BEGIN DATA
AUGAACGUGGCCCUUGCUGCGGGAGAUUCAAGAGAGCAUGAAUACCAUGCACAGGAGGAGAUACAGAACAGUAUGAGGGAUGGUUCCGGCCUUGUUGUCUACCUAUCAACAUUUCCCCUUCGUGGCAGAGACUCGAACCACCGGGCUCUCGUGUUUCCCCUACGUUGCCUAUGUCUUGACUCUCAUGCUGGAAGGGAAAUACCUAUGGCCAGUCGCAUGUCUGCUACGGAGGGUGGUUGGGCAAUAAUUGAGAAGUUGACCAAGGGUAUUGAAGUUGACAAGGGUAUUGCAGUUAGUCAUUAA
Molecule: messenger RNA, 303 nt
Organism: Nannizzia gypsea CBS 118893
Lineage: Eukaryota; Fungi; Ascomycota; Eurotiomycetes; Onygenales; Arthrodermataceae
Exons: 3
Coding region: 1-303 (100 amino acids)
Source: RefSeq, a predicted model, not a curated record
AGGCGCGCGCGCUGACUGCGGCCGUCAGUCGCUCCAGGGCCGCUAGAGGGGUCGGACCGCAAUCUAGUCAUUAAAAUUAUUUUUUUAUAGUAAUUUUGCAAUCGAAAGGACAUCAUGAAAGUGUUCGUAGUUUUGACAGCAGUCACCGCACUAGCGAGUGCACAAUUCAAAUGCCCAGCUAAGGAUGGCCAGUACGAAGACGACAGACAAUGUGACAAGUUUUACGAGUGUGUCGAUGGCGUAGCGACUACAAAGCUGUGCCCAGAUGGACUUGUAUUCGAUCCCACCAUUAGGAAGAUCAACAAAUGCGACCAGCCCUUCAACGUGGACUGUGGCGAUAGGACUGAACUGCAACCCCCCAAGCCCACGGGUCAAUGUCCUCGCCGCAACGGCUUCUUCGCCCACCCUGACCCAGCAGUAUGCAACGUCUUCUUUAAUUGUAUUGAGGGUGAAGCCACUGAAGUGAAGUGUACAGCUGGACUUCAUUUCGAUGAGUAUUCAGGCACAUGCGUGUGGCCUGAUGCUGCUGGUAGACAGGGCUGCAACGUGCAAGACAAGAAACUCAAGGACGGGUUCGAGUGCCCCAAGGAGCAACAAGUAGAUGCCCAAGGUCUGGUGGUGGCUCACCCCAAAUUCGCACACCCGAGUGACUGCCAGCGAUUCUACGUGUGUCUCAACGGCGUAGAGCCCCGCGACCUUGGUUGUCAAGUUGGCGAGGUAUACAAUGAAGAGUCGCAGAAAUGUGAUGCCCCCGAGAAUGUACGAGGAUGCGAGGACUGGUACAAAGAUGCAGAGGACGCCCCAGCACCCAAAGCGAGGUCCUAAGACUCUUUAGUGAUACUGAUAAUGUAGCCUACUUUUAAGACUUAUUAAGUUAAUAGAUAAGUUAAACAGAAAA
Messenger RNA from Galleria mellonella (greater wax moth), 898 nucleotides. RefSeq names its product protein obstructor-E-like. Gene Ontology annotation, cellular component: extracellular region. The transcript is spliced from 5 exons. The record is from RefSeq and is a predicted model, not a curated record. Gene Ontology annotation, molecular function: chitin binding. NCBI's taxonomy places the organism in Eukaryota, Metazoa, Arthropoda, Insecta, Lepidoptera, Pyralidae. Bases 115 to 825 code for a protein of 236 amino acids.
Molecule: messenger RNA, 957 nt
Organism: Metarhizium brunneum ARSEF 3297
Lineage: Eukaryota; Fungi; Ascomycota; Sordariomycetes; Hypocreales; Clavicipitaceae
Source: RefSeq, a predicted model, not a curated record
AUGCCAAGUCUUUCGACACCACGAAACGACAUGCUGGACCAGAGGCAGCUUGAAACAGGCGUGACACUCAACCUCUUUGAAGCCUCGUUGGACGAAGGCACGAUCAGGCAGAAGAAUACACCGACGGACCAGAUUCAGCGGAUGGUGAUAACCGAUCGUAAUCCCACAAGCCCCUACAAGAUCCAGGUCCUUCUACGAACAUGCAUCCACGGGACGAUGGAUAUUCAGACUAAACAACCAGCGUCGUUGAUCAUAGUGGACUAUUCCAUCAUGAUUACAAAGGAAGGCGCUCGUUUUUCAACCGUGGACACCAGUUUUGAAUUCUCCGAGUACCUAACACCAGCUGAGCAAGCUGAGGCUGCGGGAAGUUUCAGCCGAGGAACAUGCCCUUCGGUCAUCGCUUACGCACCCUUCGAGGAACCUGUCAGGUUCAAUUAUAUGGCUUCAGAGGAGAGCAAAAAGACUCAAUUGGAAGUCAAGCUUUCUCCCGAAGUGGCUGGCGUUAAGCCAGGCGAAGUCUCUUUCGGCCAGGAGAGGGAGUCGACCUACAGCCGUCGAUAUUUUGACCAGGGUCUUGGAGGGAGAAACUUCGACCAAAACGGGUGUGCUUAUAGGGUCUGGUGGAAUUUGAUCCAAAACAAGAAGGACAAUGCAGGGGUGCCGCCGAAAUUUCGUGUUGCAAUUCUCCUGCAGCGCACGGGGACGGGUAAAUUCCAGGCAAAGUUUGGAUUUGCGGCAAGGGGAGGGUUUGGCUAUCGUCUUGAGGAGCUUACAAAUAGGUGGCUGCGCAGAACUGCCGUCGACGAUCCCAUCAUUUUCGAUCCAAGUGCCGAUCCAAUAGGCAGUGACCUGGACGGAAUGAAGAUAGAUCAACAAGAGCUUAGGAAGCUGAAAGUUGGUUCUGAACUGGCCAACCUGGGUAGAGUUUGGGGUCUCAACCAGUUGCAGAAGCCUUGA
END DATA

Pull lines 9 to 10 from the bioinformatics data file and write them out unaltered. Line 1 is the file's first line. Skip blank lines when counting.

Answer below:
Messenger RNA from Galleria mellonella (greater wax moth), 898 nucleotides. RefSeq names its product protein obstructor-E-like. Gene Ontology annotation, cellular component: extracellular region. The transcript is spliced from 5 exons. The record is from RefSeq and is a predicted model, not a curated record. Gene Ontology annotation, molecular function: chitin binding. NCBI's taxonomy places the organism in Eukaryota, Metazoa, Arthropoda, Insecta, Lepidoptera, Pyralidae. Bases 115 to 825 code for a protein of 236 amino acids.
Molecule: messenger RNA, 957 nt